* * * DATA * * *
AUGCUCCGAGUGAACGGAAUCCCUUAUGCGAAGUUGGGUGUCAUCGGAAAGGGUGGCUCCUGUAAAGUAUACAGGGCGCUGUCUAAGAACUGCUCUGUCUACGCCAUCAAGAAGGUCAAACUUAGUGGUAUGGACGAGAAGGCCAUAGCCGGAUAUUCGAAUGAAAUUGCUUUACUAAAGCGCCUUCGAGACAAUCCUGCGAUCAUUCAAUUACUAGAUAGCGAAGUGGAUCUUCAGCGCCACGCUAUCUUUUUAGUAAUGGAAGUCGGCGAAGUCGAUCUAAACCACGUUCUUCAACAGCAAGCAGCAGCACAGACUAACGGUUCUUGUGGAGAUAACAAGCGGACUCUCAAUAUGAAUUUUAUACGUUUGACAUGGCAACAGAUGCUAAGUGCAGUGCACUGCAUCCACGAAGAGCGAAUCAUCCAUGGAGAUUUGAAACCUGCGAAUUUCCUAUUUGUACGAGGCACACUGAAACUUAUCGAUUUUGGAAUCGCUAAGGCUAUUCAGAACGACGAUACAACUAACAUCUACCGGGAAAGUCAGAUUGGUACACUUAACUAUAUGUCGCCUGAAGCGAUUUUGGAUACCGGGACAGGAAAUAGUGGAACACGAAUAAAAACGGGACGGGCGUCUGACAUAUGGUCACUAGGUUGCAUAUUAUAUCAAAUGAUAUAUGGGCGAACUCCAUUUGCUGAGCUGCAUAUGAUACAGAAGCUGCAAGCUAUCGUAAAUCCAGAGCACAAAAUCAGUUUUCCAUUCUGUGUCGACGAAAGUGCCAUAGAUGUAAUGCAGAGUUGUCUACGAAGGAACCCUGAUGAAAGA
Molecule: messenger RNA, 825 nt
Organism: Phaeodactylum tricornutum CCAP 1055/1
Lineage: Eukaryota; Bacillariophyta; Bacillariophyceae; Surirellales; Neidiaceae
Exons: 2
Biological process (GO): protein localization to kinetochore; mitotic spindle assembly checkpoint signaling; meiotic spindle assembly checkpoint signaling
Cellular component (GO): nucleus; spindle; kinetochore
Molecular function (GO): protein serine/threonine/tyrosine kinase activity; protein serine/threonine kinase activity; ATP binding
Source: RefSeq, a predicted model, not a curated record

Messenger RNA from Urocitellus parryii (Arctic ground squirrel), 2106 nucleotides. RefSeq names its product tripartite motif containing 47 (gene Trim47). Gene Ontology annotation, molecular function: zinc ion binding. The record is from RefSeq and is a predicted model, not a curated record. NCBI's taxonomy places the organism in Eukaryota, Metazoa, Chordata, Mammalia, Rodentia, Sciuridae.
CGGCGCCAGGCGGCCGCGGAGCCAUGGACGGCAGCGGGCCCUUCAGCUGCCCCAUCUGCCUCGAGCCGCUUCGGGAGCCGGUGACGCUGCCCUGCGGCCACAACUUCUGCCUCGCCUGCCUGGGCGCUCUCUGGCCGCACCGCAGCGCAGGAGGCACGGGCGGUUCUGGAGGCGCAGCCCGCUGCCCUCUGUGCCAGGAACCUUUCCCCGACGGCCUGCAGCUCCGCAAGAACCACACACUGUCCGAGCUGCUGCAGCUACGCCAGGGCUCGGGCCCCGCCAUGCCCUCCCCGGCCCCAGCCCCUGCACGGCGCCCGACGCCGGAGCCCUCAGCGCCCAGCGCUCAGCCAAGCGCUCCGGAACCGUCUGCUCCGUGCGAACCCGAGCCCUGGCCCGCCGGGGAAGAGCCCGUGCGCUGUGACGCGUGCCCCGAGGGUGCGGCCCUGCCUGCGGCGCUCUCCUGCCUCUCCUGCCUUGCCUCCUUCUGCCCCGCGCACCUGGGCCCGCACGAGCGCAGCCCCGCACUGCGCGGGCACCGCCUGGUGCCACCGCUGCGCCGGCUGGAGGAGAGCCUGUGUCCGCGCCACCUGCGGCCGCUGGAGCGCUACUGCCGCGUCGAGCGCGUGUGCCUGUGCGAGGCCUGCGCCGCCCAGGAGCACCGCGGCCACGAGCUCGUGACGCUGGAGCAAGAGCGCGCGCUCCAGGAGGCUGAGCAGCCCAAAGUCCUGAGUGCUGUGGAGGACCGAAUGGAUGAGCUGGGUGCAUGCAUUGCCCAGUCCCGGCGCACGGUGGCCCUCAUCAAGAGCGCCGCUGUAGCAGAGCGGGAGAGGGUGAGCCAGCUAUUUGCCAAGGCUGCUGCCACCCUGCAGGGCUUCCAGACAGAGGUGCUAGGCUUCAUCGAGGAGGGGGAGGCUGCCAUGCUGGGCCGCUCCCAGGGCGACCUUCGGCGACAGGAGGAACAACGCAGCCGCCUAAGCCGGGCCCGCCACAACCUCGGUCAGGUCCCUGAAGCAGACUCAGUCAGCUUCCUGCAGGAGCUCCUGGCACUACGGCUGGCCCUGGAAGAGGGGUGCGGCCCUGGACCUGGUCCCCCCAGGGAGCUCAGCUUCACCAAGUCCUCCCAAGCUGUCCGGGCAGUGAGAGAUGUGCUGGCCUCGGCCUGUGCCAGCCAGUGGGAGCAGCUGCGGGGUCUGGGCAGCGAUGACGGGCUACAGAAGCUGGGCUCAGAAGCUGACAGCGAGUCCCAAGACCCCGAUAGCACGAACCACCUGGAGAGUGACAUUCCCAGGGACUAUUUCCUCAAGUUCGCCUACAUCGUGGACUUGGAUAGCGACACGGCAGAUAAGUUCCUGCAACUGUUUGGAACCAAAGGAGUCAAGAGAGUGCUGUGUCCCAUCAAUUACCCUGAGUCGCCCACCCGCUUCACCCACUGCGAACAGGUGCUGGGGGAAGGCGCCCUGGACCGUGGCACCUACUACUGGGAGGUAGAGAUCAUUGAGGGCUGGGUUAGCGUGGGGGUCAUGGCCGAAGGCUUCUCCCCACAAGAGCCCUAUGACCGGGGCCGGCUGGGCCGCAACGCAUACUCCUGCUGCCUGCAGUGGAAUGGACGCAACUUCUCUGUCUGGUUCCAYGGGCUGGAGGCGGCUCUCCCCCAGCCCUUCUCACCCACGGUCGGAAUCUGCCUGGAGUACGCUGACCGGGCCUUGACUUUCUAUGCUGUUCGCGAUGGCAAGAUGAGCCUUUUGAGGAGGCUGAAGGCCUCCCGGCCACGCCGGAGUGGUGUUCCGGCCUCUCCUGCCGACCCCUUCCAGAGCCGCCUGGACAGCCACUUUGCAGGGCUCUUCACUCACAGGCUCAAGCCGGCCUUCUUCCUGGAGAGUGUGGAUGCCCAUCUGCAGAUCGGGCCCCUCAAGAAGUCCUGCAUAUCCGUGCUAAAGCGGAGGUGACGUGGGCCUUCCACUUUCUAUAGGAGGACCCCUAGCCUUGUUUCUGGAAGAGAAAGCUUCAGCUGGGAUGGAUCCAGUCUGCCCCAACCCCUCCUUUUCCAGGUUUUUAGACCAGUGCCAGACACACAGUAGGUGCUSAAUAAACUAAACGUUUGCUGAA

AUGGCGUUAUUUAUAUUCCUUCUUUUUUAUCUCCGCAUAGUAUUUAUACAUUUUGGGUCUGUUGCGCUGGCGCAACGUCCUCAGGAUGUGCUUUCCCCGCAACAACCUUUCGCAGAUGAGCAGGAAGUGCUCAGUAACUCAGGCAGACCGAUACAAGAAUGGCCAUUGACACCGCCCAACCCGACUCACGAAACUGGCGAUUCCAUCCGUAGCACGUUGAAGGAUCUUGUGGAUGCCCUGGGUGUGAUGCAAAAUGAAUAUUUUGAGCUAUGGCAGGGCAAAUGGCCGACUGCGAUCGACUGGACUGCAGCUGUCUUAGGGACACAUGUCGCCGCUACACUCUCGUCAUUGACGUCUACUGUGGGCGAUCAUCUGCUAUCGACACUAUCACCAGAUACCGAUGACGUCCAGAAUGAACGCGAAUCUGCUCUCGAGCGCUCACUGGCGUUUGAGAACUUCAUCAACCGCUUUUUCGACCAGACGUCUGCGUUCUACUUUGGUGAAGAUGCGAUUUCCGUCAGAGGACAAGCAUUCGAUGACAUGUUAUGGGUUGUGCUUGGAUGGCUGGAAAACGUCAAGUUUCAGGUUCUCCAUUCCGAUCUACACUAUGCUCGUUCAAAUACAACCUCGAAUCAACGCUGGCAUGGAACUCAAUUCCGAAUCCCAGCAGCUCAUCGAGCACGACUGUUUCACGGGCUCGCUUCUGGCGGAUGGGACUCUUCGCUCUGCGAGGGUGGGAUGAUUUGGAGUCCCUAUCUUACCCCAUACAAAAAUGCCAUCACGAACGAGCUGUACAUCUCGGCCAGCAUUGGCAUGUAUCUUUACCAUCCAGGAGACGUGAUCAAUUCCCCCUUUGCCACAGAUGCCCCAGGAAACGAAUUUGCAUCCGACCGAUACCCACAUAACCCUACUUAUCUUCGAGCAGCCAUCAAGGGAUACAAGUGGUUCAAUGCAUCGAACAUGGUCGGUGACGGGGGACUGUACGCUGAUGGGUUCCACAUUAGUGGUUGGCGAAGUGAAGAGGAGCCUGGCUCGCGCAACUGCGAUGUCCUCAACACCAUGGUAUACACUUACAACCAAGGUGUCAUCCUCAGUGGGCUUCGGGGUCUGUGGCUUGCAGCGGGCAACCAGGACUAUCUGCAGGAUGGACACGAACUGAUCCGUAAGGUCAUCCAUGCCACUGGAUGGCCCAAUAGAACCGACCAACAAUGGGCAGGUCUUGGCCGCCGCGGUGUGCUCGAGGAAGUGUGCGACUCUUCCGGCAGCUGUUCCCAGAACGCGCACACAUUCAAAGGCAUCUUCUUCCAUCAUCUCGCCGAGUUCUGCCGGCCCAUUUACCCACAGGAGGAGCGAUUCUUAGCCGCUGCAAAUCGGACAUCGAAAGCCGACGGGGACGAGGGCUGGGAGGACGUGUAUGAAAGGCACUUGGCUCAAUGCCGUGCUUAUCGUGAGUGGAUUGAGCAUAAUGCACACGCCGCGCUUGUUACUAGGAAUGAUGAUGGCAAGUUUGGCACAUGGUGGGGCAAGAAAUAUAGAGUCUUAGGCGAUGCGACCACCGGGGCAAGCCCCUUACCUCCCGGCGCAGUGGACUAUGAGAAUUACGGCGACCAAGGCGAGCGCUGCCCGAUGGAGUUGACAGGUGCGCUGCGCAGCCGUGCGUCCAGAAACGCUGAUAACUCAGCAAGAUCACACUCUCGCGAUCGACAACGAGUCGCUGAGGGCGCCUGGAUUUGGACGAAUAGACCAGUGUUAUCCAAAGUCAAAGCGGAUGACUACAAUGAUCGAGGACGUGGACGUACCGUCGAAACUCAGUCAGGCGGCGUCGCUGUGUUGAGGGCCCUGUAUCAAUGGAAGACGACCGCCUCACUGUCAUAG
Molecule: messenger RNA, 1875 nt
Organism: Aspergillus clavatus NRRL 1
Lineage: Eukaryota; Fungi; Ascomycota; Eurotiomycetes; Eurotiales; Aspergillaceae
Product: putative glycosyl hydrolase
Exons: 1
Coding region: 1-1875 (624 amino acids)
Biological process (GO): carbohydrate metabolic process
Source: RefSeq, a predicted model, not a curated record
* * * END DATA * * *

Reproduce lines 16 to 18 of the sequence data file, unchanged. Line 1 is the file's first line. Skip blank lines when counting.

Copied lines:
Product: putative glycosyl hydrolase
Exons: 1
Coding region: 1-1875 (624 amino acids)